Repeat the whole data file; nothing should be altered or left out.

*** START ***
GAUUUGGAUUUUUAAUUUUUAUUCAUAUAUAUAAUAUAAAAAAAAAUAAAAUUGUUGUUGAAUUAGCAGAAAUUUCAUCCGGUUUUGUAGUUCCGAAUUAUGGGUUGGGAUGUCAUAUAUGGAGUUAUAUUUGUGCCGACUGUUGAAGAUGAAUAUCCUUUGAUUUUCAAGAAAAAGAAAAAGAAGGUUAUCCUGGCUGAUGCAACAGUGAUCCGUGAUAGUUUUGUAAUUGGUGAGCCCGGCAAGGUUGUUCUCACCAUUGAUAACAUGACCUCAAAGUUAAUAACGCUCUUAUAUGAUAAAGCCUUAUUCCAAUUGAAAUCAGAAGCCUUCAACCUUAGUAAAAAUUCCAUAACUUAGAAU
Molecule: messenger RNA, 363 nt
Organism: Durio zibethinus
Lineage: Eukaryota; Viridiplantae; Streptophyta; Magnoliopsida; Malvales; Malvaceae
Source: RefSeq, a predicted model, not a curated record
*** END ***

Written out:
GAUUUGGAUUUUUAAUUUUUAUUCAUAUAUAUAAUAUAAAAAAAAAUAAAAUUGUUGUUGAAUUAGCAGAAAUUUCAUCCGGUUUUGUAGUUCCGAAUUAUGGGUUGGGAUGUCAUAUAUGGAGUUAUAUUUGUGCCGACUGUUGAAGAUGAAUAUCCUUUGAUUUUCAAGAAAAAGAAAAAGAAGGUUAUCCUGGCUGAUGCAACAGUGAUCCGUGAUAGUUUUGUAAUUGGUGAGCCCGGCAAGGUUGUUCUCACCAUUGAUAACAUGACCUCAAAGUUAAUAACGCUCUUAUAUGAUAAAGCCUUAUUCCAAUUGAAAUCAGAAGCCUUCAACCUUAGUAAAAAUUCCAUAACUUAGAAU
Molecule: messenger RNA, 363 nt
Organism: Durio zibethinus
Lineage: Eukaryota; Viridiplantae; Streptophyta; Magnoliopsida; Malvales; Malvaceae
Source: RefSeq, a predicted model, not a curated record